Owning rental property in Utah is a great way to earn income, but there is much more involved than simply finding people to pay rent. As a landlord, there are many things the law requires of you, and in order to avoid complications with the law, you may find it beneficial to fully understand both your rights and your obligations.
When you do not fully understand your requirements or what you have to do, it can lead to complex and expensive disputes with your renters. It can also expose you to the risk of a civil claim. Before you begin to find occupants to live in your rental properties, you will find it beneficial to seek a complete evaluation of your case.
What do you have to do?
Outside of owning the property and finding renters, there are various things that you will have to do to protect the rights of the people living there, as well as reduce the chance of a serious issue that could have complex and expensive repercussions. Some of the duties required of landlords include the following:
- Landlords have to repair any blatant issues, especially ones that can compromise the safety and well-being of occupants.
- You have to ensure that your rental property is in habitable condition before people move in.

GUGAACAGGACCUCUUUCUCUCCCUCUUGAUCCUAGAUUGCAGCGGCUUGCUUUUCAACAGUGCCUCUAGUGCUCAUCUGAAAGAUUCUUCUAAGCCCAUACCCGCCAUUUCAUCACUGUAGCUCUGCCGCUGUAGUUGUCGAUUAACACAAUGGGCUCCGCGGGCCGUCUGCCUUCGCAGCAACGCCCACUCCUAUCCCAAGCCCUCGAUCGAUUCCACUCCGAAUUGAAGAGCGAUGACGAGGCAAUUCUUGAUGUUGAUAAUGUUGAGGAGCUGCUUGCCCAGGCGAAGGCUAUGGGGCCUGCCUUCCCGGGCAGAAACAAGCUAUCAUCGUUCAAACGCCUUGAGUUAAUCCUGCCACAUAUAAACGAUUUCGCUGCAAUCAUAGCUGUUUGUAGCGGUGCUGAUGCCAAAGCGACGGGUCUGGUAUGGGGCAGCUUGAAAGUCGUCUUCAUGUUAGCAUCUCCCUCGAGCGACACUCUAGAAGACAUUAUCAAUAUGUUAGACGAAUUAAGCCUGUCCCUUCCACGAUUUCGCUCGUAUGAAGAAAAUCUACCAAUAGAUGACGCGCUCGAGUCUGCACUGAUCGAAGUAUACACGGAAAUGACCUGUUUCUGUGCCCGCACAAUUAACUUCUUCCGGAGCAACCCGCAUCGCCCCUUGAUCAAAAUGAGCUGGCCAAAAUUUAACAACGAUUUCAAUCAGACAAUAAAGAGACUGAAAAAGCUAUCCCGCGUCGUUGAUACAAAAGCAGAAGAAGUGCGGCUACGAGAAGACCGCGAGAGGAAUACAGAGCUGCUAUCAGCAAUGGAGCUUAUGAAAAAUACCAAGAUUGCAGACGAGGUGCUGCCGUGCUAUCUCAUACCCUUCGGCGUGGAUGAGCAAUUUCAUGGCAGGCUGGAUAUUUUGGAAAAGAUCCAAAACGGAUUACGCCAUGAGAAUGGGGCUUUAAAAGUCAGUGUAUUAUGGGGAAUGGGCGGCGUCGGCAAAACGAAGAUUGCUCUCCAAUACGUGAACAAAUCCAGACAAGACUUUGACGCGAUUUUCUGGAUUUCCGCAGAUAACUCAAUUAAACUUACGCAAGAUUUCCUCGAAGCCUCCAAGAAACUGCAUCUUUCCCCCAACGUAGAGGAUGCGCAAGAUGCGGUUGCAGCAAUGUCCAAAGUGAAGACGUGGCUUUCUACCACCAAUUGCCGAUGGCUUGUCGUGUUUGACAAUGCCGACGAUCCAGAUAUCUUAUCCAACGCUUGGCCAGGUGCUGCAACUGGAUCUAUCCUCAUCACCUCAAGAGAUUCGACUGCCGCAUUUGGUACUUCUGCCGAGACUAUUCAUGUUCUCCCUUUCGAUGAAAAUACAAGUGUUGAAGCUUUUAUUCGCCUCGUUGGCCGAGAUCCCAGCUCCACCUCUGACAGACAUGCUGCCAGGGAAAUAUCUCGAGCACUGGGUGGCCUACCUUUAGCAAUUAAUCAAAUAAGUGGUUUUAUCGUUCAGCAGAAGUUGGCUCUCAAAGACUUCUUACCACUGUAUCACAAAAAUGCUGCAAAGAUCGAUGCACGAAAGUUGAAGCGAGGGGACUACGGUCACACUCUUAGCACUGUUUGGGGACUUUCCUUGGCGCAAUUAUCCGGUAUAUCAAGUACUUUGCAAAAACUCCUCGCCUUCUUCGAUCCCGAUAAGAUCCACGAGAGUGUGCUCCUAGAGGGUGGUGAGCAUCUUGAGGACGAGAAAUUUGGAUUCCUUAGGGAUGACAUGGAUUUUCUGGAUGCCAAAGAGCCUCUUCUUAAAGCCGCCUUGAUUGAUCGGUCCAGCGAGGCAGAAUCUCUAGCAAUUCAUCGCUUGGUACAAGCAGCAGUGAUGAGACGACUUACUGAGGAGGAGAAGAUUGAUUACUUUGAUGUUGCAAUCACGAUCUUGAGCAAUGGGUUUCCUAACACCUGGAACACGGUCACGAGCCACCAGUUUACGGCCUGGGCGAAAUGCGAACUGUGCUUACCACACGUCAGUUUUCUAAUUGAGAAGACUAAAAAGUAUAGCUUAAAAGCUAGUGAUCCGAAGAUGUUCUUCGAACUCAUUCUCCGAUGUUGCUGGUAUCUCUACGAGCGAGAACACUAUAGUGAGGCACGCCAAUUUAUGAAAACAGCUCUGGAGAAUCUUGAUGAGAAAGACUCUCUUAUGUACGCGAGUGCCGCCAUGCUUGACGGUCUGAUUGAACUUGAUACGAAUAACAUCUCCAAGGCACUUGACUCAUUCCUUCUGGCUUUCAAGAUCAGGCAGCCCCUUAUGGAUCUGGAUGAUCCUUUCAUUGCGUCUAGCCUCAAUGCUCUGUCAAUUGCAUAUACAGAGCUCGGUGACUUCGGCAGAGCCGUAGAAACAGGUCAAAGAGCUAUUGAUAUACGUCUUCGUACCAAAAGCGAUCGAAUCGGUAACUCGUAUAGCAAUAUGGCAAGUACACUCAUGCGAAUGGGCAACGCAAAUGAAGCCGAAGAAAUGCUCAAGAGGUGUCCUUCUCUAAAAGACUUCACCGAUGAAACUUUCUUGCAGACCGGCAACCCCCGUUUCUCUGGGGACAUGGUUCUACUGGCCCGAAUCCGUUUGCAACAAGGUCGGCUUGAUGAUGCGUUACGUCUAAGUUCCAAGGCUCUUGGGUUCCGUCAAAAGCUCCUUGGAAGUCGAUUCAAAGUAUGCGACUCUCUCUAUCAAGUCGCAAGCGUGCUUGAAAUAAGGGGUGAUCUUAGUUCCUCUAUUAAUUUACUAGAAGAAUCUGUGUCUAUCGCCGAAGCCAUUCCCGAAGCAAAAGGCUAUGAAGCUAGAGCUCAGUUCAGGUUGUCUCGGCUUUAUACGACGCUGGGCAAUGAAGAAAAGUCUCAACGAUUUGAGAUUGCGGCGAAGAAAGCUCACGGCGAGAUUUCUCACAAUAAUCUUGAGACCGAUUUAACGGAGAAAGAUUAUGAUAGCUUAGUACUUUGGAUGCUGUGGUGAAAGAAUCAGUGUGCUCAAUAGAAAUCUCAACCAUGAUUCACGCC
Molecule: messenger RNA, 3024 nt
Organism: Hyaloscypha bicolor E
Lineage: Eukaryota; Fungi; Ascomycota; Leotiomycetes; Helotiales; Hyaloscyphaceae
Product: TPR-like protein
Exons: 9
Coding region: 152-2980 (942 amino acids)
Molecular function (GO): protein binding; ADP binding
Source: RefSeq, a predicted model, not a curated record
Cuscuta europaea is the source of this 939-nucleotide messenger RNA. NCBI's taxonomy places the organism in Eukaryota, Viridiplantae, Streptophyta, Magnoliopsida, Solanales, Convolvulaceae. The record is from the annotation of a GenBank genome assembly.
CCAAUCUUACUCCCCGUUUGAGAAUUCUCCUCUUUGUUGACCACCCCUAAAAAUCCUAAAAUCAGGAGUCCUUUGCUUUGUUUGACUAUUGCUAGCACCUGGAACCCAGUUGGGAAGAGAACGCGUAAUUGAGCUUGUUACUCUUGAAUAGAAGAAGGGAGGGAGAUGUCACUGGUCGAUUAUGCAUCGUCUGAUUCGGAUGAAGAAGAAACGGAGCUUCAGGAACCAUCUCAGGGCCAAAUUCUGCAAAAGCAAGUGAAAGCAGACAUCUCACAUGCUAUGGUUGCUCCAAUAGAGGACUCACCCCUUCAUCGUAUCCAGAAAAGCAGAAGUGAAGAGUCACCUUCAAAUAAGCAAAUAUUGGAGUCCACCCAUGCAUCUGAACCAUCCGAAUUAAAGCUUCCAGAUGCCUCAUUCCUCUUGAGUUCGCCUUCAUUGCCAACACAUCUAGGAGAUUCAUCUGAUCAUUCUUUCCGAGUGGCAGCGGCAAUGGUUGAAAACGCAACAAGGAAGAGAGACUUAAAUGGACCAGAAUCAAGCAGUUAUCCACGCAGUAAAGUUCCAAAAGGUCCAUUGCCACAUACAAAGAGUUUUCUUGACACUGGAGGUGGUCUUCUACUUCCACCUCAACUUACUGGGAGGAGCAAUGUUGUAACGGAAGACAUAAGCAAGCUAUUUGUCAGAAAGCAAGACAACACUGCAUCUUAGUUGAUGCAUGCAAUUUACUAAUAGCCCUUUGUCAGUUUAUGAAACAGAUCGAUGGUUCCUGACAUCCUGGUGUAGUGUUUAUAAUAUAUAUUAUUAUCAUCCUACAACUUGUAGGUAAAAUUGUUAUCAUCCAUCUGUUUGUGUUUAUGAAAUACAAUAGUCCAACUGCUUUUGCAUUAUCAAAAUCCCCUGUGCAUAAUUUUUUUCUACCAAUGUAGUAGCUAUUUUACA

- When making repairs, you have to be certain to provide the tenants necessary notice before entering their property.
- Landlords cannot violate the privacy of any person living in their rental properties.
- You will be responsible for ensuring that your properties are all up to necessary codes.
The list of obligations that landlords have to meet is extensive, and this is not an exhaustive list. Many landlords find it beneficial to seek qualified guidance even before they rent property, to ensure they know both their obligations to renters and their rights as the person who owns the property.
Guidance for real estate concerns
Real estate matters are complex legal issues, and it is appropriate and beneficial to seek guidance as you work for a positive outcome to your situation. As a landlord, protecting your interests and avoiding complications is not something that should wait until an issue arises.
Landlord-tenant issues are both disruptive and stressful. When you can avoid issues by meeting your legal obligations, you can save a significant amount of time and money. A complete evaluation of your case can help you understand more about this area of real estate law.